The Need for Sustainability in the Fashion Industry
by Iman Bint Abdul Wajid, January 5, 2020
The global fashion industry is one of the largest, most resource-intensive industries, and a powerful engine for global growth and development. In its current state, it also presents a danger to the planet, as it accounts for;
- 4% of greenhouse gas emissions,
- 20% of industrial water pollution,
- 10% of global carbon emissions.
Additionally, textile dyeing is the world’s 2nd largest polluter of clean water. Furthermore, the clothes produced by the industry are discarded and the materials used are incinerated or sent to a landfill.
In short, the Fashion industry has a powerful and negative impact on our environment, and every actor in the value chain from producers to consumers bear some degree of responsibility for this outcome, and all need to be part of the change.
Some consumers and producers have started to accept this obligation: eco-friendly shopping is becoming increasingly popular along with a rise in the demand for more sustainable fashion. These emerging trends need to be encouraged on a global level to make brands and retailers become more accountable for their choices.
The first step is to raise awareness and encourage the momentum of change, otherwise, these encouraging developments could be another one of the many fads that consumers latch onto for a short period of time.
Here is a sampling of some of the organizations driving change toward sustainability in general in the fashion industry.
Fashion Act Now is a team of fashion insiders who aim to “radically challenge the industry’s environmental record.” Their work is built on the belief that “non-violent direct action and civil disobedience is a vital component to holding the fashion industry to account and calling for climate justice.” They focus on the “use of dialogue, research and campaigning” to “strengthen and inspire the work of activists around the world that are using non-violent methods of bringing about the change we need.”
Fashion Takes Action believes that there is a disconnect between the consumer and the sustainable fashion movement and that there is a need to bridge this gap. As such, they aim to “empower the next generation of consumers to make more responsible purchasing decisions when it comes to their clothes”. Their work involves advancing sustainability in the fashion industry through “education, awareness and collaboration”.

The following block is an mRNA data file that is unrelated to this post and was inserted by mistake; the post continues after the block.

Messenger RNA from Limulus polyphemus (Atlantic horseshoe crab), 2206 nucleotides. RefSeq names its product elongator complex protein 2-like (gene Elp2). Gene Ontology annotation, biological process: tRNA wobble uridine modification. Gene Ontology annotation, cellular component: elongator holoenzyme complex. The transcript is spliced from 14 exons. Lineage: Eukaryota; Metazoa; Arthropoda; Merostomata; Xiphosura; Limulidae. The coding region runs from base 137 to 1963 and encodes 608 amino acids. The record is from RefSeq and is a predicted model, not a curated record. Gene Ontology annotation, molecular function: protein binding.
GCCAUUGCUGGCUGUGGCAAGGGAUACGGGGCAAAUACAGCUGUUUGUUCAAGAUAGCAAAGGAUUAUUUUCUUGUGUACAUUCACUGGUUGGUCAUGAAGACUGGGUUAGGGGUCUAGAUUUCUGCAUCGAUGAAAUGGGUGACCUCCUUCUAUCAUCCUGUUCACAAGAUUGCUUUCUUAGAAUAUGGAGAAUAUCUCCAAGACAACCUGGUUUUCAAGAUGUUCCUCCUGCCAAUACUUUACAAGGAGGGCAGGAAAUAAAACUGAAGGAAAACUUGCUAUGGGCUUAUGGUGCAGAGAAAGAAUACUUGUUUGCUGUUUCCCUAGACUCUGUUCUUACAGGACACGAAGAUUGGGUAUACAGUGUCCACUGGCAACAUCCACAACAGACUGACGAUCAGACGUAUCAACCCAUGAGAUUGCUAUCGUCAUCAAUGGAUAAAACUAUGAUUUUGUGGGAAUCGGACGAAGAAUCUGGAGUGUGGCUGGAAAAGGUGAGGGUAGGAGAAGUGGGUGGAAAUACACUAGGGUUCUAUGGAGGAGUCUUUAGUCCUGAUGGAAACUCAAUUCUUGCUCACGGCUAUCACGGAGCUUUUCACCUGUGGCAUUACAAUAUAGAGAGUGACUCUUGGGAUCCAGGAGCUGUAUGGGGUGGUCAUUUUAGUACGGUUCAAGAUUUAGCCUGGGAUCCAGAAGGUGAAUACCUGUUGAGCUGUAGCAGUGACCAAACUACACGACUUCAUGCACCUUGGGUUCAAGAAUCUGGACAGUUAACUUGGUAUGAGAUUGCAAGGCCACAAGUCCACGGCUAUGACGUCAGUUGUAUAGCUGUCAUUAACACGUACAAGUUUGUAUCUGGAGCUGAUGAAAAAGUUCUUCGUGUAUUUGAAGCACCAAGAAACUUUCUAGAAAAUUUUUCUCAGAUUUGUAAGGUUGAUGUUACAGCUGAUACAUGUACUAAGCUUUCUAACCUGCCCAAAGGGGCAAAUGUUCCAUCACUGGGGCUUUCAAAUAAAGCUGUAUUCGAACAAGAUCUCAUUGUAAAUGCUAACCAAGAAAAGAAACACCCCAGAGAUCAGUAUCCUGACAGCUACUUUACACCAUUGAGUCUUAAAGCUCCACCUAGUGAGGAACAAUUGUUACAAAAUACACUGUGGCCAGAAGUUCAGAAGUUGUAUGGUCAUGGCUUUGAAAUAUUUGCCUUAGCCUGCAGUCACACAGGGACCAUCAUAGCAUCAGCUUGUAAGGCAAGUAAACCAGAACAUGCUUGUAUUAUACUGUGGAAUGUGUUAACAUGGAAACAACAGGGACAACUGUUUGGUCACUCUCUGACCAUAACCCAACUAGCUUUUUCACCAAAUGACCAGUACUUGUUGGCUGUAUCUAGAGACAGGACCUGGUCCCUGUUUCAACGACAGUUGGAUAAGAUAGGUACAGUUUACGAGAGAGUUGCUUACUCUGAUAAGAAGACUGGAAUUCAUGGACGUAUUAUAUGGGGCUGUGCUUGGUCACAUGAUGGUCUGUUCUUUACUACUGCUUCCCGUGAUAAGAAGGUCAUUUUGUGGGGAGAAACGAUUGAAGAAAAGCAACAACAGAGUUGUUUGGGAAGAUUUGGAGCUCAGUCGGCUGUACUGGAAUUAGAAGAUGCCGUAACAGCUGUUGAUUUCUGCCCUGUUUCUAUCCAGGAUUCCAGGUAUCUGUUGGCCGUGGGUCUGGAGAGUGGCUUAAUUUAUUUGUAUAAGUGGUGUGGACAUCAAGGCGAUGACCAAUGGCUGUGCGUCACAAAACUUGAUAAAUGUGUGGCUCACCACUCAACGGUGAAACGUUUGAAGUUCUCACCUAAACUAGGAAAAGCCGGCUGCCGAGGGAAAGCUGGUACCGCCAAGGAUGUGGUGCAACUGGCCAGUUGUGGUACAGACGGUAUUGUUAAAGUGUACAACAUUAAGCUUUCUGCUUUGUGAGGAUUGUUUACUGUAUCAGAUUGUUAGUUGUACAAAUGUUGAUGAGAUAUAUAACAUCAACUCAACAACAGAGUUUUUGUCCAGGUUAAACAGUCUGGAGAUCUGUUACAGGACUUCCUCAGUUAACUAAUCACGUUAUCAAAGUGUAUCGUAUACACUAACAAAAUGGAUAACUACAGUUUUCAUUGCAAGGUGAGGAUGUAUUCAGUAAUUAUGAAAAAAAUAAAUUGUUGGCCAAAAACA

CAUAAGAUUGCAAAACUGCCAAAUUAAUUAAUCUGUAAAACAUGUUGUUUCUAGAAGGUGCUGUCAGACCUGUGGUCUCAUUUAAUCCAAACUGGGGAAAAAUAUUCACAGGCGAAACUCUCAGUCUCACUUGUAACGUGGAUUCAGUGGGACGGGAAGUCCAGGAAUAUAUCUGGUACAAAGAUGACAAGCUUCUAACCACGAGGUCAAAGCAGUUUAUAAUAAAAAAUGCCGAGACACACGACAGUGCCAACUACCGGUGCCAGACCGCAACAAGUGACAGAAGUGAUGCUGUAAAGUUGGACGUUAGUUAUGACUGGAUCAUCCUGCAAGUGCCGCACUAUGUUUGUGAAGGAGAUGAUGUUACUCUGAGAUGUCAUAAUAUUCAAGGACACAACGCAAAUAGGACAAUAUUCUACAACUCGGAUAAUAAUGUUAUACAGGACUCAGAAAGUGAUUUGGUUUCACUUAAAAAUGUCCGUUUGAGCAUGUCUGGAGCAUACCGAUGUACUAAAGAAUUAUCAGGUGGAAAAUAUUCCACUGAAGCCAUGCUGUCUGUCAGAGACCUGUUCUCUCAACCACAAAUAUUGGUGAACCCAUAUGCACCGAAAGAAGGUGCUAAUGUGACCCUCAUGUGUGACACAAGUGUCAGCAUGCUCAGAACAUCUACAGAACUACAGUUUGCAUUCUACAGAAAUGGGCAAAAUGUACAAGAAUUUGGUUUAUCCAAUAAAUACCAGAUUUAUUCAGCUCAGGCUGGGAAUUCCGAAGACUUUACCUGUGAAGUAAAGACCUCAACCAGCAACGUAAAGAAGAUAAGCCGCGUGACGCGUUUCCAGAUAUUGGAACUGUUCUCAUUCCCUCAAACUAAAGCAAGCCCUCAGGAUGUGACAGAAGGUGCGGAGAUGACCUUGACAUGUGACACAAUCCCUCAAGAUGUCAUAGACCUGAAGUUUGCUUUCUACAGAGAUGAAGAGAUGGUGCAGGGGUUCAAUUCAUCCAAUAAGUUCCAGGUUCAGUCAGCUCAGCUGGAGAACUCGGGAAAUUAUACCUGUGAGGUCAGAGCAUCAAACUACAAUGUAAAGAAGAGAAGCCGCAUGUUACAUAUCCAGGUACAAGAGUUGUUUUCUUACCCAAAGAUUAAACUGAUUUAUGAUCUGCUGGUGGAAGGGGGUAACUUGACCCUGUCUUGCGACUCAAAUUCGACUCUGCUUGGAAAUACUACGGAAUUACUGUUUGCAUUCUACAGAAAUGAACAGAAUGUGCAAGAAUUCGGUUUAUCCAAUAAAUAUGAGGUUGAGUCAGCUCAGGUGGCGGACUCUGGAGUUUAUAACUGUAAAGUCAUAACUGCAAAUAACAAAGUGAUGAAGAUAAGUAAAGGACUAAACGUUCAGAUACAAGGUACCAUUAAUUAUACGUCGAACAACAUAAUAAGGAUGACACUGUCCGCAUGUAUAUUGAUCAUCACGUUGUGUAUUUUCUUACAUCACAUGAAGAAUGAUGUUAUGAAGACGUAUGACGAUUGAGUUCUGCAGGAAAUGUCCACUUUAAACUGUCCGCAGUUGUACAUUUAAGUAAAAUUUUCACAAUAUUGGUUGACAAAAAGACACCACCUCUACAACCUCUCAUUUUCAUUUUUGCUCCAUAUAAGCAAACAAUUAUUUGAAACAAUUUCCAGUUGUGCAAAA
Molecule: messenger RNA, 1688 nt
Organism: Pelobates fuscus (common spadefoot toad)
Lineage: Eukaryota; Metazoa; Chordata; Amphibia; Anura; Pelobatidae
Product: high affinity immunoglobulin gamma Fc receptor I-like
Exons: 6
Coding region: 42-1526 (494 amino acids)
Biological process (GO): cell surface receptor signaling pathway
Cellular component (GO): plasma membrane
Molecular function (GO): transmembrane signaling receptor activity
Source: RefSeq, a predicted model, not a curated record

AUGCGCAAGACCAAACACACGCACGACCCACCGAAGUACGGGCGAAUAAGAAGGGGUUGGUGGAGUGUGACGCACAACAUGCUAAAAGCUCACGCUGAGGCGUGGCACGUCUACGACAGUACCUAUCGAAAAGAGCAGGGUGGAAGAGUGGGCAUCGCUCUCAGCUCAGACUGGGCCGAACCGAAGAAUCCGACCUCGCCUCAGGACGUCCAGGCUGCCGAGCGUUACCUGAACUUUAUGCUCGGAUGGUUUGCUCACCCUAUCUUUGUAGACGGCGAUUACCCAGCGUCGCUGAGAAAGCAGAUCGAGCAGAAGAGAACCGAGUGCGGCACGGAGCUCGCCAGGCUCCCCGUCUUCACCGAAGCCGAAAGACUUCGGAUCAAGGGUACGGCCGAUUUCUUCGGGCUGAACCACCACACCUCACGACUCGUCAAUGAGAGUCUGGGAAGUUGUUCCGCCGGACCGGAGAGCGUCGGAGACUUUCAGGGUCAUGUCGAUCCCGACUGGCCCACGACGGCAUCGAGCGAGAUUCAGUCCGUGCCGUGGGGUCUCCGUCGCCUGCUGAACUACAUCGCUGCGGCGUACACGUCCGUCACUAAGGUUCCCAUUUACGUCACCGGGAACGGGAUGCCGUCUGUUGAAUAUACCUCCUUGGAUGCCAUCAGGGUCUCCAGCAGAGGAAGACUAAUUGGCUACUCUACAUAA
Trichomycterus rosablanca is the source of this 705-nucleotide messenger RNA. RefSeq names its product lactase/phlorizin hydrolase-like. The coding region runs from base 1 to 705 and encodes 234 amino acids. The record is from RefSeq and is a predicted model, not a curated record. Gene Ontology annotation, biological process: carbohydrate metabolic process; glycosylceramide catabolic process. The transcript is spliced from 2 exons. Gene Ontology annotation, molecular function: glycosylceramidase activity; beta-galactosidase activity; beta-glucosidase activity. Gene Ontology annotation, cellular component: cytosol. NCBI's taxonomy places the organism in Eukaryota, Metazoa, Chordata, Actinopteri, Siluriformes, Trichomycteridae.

The Global Fashion Exchange takes a simple concept and uses it to promote sustainability: Bring a clean piece of clothing (or more) that’s in good condition to the Global Fashion Exchange, hand it over to the staff and then pick a garment from their stock. This is done as part of their desire to “empower brands and consumers to take action for a better environment”, working to “build communities, help brands get on the right track and create roadmaps that catalyze positive change.”
The Sustainable Apparel Coalition has a vision of a future where the fashion industry stops producing “unnecessary environmental harm”. As such, it’s working to reduce the environmental and social impacts of apparel, footwear, and textile products around the world.” They developed the Higg Index, which is “a suite of tools that enables brands, retailers, and facilities of all sizes—at every stage in their sustainability journey—to accurately measure and score a company or product’s sustainability performance.”
The New Fashion Initiative is raising “awareness of the environmental and social impacts of the fashion industry, through data-centered communications, educational programming and policy” in order “to lessen the environmental and social impact of fashion through collaboration, education and consulting”. As such, they work with “academics, designers, businesses, and other non-profits to bring sustainable solutions to a broken system”; helping them to collaborate, share research, and “convene in order to effectively address systemic issues.”
The Global Fashion Agenda believes that both brands and retailers in the fashion industry are at the centre of “securing comprehensive change and increasing the industry’s sustainability performance across the value chain to ensure that sustainability is a strategic priority”. As such, they are working towards developing a digital platform that helps both to “connect with innovators, for creatives to integrate sustainable practices into their design thinking, and for the industry to interact and share knowledge at-large.” They also advocate for policy change and “supportive measures that reinforce sustainability targets, establish circular systems and incentivize necessary change.”
In conclusion, these organisations and groups are working to educate the public so that they understand that there is a need to change. Only time will tell how successful their work is, or will be in changing long-established norms and habits by fashion consumers and producers. However, a movement toward a more ecologically conscious fashion industry is underway and you can follow this movement through the websites referenced here and through The Security and Sustainability Guide, which is tracking these important developments. .